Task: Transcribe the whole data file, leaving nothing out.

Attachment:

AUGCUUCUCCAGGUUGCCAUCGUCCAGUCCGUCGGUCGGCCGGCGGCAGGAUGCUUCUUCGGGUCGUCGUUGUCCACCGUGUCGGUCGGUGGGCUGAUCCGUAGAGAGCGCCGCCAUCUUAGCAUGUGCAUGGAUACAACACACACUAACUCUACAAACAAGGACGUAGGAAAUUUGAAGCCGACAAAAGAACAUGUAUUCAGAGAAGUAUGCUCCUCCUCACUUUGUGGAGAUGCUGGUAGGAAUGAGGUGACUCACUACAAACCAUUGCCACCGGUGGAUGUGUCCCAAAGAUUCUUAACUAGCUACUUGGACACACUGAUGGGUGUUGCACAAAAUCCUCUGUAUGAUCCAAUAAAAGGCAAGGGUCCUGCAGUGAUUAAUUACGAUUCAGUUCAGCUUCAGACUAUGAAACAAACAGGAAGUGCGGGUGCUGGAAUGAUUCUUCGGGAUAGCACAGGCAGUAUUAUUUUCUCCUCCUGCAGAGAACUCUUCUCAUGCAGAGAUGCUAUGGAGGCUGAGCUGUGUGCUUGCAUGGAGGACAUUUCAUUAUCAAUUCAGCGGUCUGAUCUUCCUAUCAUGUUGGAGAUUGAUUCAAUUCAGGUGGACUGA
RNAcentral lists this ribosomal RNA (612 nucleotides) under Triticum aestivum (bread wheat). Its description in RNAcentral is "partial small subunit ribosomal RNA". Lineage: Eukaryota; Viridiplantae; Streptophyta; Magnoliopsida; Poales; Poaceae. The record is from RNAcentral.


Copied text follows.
AUGCUUCUCCAGGUUGCCAUCGUCCAGUCCGUCGGUCGGCCGGCGGCAGGAUGCUUCUUCGGGUCGUCGUUGUCCACCGUGUCGGUCGGUGGGCUGAUCCGUAGAGAGCGCCGCCAUCUUAGCAUGUGCAUGGAUACAACACACACUAACUCUACAAACAAGGACGUAGGAAAUUUGAAGCCGACAAAAGAACAUGUAUUCAGAGAAGUAUGCUCCUCCUCACUUUGUGGAGAUGCUGGUAGGAAUGAGGUGACUCACUACAAACCAUUGCCACCGGUGGAUGUGUCCCAAAGAUUCUUAACUAGCUACUUGGACACACUGAUGGGUGUUGCACAAAAUCCUCUGUAUGAUCCAAUAAAAGGCAAGGGUCCUGCAGUGAUUAAUUACGAUUCAGUUCAGCUUCAGACUAUGAAACAAACAGGAAGUGCGGGUGCUGGAAUGAUUCUUCGGGAUAGCACAGGCAGUAUUAUUUUCUCCUCCUGCAGAGAACUCUUCUCAUGCAGAGAUGCUAUGGAGGCUGAGCUGUGUGCUUGCAUGGAGGACAUUUCAUUAUCAAUUCAGCGGUCUGAUCUUCCUAUCAUGUUGGAGAUUGAUUCAAUUCAGGUGGACUGA
RNAcentral lists this ribosomal RNA (612 nucleotides) under Triticum aestivum (bread wheat). Its description in RNAcentral is "partial small subunit ribosomal RNA". Lineage: Eukaryota; Viridiplantae; Streptophyta; Magnoliopsida; Poales; Poaceae. The record is from RNAcentral.